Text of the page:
What is it, and what does it do?

Almost every time someone has their aircraft reupholstered I hear, "I wish we could leave out the windlace, but that darn cabin is already too drafty." They want to leave out the windlace because it was one of the first things to wear out on the old interior. Therefore, they think leaving it out will make the new interior last longer. But they are afraid that without the windlace the cabin will be draftier. I don’t know if an interior without windlace lasts longer or not. However, I know that keeping out the wind is not the function of windlace.

The most misunderstood component of an aircraft interior is windlace. What is windlace? It’s essentially an oversized, spongy welt. It’s about a half-inch in diameter, and can be found occupying the outer perimeter of the door opening on many general aviation aircraft. Typical windlace construction is simply a foam core, about a half-inch in diameter, covered with vinyl, cloth, or leather. Sometimes, it’s just a vinyl cylinder. The flap of extra material along the edge is used to secure the windlace in place.

The purpose of windlace is to hide gaps. That’s right, it’s purely cosmetic. Take a look around and you’ll see windlace at work in a variety of applications. In restaurants it hides the gaps between the booths. In boats it hides the gap between the seats and the side of the boat. In cars it hides the same gaps that it hides in aircraft, the gap between the interior trim panel and the surface to which they attach, and the gap between the door and doorframe.


This gap between the side panel and the doorpost looks bad. You can see the back of the panel, and the metal surface the panel is supposed to be covering.


The windlace hides the gap and nicely finishes the area where the panel meets the doorpost.


When the door is closed there is a small gap between the door and the doorpost.


With the windlace installed, the gap between the door and doorpost is hidden. The effect of the windlace is more pronounced when the door upholstery goes right to the edge of the door. Then the windlace provides continuity of upholstery where otherwise there would be a gap.


If it doesn’t keep out the weather, rain, or wind, why do they call it "wind" lace? Upholstery techniques were first applied to furniture. Then, as the automobile matured, furniture upholstery techniques were applied to auto interiors. Eventually, automotive upholstery evolved into a separate discipline. As aircraft developed, their upholstery needs were more closely related to automotive upholstery techniques than furniture techniques. The adoption of automotive upholstery techniques to aircraft applications is where we find the answer.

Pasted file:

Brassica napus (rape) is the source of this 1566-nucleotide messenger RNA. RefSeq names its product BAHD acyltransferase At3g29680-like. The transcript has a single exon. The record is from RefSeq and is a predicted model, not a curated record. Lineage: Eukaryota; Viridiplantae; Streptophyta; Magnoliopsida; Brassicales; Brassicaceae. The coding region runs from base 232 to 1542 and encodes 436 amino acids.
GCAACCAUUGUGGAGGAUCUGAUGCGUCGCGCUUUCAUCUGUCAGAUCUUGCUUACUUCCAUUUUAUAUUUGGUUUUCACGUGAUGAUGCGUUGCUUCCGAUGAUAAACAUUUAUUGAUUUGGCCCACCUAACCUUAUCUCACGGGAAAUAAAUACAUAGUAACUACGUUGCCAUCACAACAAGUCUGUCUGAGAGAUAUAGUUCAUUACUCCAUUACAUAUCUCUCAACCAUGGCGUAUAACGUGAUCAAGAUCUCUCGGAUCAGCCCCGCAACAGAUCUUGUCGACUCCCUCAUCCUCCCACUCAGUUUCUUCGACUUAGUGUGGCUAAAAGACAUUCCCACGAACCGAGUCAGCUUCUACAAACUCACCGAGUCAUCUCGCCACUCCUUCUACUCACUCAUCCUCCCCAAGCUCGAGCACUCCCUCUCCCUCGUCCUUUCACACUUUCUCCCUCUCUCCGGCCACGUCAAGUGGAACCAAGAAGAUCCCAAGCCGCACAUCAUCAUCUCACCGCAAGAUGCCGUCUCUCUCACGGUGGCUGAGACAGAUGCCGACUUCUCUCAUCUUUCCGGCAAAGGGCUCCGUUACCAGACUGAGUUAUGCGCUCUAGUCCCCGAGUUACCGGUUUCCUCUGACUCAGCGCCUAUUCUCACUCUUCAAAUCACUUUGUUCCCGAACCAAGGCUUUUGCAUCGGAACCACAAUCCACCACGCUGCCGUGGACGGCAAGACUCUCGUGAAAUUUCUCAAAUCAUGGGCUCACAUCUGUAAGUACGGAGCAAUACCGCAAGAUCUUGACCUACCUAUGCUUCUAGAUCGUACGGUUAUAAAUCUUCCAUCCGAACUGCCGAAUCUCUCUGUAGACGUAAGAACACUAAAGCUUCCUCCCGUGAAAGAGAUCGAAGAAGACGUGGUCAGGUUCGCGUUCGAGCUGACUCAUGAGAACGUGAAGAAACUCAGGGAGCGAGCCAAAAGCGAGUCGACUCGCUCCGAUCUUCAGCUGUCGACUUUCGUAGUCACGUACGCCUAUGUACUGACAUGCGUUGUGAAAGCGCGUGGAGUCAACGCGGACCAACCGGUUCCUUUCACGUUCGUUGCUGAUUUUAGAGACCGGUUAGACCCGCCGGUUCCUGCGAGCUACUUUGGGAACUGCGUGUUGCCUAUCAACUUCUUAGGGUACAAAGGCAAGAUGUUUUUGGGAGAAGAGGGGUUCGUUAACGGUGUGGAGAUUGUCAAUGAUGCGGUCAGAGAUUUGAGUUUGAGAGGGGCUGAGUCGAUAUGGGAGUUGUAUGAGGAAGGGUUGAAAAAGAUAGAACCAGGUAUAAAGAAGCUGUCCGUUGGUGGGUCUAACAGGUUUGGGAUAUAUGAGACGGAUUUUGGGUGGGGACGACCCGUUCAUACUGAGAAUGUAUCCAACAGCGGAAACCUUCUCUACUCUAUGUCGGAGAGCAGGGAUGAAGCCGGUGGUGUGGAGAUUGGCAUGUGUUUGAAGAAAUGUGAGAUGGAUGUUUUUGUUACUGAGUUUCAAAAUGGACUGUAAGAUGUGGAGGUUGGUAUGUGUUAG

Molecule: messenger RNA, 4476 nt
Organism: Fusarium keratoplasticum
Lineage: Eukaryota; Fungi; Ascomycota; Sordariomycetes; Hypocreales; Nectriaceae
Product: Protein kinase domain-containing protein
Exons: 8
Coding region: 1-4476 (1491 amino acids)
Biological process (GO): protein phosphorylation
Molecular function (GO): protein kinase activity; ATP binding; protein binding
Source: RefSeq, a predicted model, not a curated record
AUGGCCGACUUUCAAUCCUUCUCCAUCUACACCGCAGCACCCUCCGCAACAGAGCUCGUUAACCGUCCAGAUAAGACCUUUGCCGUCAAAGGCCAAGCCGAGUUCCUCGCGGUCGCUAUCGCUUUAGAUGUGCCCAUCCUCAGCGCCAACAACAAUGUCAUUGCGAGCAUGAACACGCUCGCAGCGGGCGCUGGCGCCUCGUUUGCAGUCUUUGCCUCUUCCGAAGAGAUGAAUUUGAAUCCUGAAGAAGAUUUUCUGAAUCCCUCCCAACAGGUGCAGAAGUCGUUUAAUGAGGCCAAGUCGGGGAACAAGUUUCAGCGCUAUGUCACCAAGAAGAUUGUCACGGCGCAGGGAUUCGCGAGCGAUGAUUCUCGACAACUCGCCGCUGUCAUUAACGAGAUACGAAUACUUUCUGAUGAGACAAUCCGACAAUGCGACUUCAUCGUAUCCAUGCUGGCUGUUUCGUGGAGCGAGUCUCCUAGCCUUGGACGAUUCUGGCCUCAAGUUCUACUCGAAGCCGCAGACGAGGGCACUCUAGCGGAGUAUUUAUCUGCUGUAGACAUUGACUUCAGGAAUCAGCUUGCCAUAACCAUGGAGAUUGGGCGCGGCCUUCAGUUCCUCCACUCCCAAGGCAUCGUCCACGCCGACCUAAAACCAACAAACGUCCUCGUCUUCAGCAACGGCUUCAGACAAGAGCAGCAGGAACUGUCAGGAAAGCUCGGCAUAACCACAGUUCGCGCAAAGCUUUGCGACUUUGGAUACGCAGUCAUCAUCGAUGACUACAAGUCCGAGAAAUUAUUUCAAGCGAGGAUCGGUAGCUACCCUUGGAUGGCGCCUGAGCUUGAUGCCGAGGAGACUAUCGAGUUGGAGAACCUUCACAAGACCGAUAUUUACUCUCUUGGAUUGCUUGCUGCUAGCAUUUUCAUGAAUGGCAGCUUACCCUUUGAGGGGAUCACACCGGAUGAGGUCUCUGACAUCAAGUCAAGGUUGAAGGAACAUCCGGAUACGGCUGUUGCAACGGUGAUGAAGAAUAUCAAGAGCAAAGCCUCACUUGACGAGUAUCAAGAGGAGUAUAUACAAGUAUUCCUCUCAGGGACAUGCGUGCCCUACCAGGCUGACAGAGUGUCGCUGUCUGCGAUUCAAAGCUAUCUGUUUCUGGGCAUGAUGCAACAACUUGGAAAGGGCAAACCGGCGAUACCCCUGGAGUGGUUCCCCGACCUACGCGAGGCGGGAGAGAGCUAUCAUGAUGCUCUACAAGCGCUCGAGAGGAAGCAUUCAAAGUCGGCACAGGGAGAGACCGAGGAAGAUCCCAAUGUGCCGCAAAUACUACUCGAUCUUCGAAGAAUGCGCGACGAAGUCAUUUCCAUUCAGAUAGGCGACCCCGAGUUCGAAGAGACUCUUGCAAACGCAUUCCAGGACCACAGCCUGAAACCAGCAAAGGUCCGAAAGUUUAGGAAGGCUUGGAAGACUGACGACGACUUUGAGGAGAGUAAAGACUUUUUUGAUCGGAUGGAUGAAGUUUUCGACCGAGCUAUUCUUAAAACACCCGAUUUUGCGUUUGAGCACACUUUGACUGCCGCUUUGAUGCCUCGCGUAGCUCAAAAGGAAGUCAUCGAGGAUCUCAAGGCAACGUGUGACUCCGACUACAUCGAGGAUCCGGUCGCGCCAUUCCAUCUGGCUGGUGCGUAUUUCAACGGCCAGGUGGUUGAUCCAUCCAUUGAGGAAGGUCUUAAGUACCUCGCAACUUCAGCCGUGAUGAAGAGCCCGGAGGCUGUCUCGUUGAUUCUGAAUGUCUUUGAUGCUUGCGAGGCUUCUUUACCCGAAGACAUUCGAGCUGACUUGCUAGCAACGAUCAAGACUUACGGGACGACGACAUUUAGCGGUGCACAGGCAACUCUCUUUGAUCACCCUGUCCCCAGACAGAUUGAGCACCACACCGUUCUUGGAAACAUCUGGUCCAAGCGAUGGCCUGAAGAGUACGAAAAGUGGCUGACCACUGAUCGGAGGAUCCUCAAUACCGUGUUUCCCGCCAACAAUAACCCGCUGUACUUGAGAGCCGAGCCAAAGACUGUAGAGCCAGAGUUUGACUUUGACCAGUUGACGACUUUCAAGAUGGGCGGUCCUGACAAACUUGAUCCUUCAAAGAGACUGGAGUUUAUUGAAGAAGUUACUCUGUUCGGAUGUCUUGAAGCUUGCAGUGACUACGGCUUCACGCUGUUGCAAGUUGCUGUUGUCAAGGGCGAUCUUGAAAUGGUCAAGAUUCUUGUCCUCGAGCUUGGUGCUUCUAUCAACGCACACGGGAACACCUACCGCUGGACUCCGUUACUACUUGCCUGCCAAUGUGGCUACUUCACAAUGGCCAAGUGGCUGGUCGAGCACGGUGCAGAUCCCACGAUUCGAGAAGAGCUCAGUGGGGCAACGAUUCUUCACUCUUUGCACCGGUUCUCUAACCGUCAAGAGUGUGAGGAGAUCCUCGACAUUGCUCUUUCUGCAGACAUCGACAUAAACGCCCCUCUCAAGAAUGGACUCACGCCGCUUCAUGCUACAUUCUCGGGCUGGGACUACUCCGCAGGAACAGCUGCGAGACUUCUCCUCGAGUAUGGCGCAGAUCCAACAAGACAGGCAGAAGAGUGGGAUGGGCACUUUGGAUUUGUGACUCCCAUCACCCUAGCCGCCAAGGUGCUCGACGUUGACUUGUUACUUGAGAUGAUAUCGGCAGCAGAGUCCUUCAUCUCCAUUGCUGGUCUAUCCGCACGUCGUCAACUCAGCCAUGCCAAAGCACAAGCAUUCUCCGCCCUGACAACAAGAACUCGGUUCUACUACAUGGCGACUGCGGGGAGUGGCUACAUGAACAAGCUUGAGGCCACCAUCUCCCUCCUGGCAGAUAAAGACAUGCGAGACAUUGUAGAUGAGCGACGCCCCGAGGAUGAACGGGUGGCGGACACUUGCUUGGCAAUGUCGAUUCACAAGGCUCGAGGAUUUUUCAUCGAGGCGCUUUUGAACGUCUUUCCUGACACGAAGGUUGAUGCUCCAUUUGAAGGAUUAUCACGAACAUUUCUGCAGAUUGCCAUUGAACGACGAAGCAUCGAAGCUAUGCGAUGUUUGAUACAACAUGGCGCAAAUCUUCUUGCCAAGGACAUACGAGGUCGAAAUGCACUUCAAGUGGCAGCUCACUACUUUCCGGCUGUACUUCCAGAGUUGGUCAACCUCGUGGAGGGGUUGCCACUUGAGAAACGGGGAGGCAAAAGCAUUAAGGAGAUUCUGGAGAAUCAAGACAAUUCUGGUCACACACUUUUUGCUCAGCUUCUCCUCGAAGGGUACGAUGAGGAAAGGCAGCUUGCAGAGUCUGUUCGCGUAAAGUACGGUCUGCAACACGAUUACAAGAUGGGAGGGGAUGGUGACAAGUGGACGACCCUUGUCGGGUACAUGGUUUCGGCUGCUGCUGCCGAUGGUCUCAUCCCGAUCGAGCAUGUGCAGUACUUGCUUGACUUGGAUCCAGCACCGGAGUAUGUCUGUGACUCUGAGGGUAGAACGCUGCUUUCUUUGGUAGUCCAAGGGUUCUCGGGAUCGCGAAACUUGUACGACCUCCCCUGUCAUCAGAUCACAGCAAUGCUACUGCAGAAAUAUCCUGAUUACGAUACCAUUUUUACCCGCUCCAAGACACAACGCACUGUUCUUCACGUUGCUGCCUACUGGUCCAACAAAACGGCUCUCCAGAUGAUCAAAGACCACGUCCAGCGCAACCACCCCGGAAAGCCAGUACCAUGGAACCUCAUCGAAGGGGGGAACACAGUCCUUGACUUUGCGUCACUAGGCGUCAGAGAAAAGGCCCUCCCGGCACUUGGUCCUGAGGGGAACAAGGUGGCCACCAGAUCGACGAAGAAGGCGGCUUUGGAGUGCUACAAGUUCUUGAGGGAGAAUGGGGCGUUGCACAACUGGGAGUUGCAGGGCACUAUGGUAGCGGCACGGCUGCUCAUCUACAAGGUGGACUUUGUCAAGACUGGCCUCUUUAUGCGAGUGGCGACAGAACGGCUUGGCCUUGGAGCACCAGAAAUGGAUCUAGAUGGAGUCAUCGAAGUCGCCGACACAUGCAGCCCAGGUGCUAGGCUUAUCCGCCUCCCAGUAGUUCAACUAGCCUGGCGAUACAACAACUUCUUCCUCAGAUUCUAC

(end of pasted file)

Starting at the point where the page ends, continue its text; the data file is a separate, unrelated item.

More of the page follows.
In the early days of coach building some auto bodies were made of wood, and even more had wooden frames covered with sheet metal. Windows were installed in these auto bodies in about the same way windows were installed in houses. The wooden frame was recessed to accept the glass, and wooden slats were installed to hold the glass in place.

When it came time to install the upholstery, the material was tacked to the wooden framework. Where the material met the window, it was tacked to the slats that held the window in place. As you might imagine, the raw edge of the material with a bunch of tacks showing looked rather crude. To put a pretty face on this ugly situation they attached a narrow strip of decorative material, known as lace, on top of the tacks. This lace covered the tack heads and the raw edge of the material, and became commonly referred to as window lace.

As time went on, window lace became known as windlace. The building of automotive bodies continued to evolve. The wood was replaced with metal and the area around the window now had a metal molding. The gap between the window and the molding was filled with an oversized, spongy welt. This new technique retained the old name, "windlace." The evolution of interior techniques continued, and eventually windlace was used to finish the edges around the door openings too. At this point we have a term, and a technique, that has no obvious connection to its origin, or current application.

As manufacturing processes improved, and interior fashion changed, the perceived need for windlace has been reduced. Some of today’s aircraft, as well as most modern cars, have no trace of windlace.

When the time comes for your aircraft interior restoration you can decide to retain the windlace based on whether or not you feel the gaps need to be hidden, not whether or not the cabin is too drafty.

Return to Tips and Techniques Index

Return to Home Page